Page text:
Literary Essays, Summaries, and Retellings


The quest to write our first literary essay continued today as we revisited the work we did on Friday about Sistine and Rob.  I was still a little miffed about the somewhat simplistic view of Sistine, but I knew I had to proceed.  Our goal today?  To write an introduction and select our three pieces of evidence to support our thesis statement.  What I realized over the weekend was that I had not really done a good enough job working with them on summarizing. . . and the model we are using for the essay  has the introduction being a brief summary and then a thesis statement.  My little light bulb went on after reading article after article and rubric after rubric trying to clear up for myself the difference between a summary and a retelling.  Apparently after 20 years in the classroom, it finally occurred to me that I really use the terms interchangeably.  Not so much.

So . . . I put the literary essay on hold  (Can I EVER get a project done in the time frame I planned on? EVER?) to dig in a little deeper to the idea of summarizing rather than retelling.

I read them a chapter of Flutter and asked them to retell it to me . . . starting at the beginning.  It was a pretty exciting chapter, and the students had no problem retelling it using lots of “and then . . . ” and “after that . . . ” type transitions.  I told them that they did a great job RETELLING, and that retelling can really help show that they know how the chapter (or any text) unfolds.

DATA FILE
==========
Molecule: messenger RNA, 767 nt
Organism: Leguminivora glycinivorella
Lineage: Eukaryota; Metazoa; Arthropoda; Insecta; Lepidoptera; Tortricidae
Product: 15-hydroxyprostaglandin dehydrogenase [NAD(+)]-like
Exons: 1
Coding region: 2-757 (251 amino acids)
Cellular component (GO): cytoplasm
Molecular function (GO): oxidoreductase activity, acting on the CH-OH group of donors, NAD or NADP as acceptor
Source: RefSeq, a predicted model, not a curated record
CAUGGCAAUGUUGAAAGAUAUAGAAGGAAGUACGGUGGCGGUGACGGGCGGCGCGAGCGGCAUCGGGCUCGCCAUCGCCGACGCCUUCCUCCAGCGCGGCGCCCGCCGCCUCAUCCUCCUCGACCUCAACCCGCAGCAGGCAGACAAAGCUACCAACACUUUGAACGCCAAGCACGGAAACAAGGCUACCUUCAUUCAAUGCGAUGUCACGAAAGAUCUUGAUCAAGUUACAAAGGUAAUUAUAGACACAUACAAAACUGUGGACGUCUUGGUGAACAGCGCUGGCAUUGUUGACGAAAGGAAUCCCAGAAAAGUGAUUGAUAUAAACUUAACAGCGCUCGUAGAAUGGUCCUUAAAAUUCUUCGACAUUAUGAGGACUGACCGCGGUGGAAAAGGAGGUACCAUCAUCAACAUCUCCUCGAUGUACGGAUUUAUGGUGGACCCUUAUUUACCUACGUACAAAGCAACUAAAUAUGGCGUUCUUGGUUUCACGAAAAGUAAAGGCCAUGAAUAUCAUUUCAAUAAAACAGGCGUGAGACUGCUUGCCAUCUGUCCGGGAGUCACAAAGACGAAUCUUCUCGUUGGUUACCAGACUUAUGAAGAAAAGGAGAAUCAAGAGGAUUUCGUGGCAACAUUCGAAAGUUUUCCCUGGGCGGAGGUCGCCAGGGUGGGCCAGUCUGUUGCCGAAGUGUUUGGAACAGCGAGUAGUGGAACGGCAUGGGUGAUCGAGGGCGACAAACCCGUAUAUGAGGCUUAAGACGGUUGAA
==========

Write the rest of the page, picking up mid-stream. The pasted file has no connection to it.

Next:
I then asked them to go back to their desk groups and try to figure out how to “summarize” the chapter in only 2 or 3 sentences.  They gasped–it seemed impossible!  But they DID it!  I was so impressed with some of their summaries!  

The next step, then, was to try to transfer this process to our Tiger Rising essays…I pulled this up on the Smartboard:

We then considered our introductions in terms of an equation:


I told them to use the hints on the board and our equation to work with their team to write several quality introductions.  They got to work immediately, and I was seriously floored by some of the insightful ideas they got down on paper.  I asked each group to select one to share and I recorded them on the Smartboard.  After sharing, lots of students liked different elements they saw, so I sent them back to work on their own to try one last time.  I reminded them of the equation and left all the samples up for them to “use”.  Everyone wrote an introduction that they loved, and they are ready for the next steps–proving our thesis statement!

Not sure if I mentioned this–the students eventually came to the realization that their thesis about Sistine wasn’t strong enough.  Our new thesis?

The characters in The Tiger Rising learned that no matter what, you can overcome even the hardest of times.

Better, right?  I didn’t even gloat.  Much.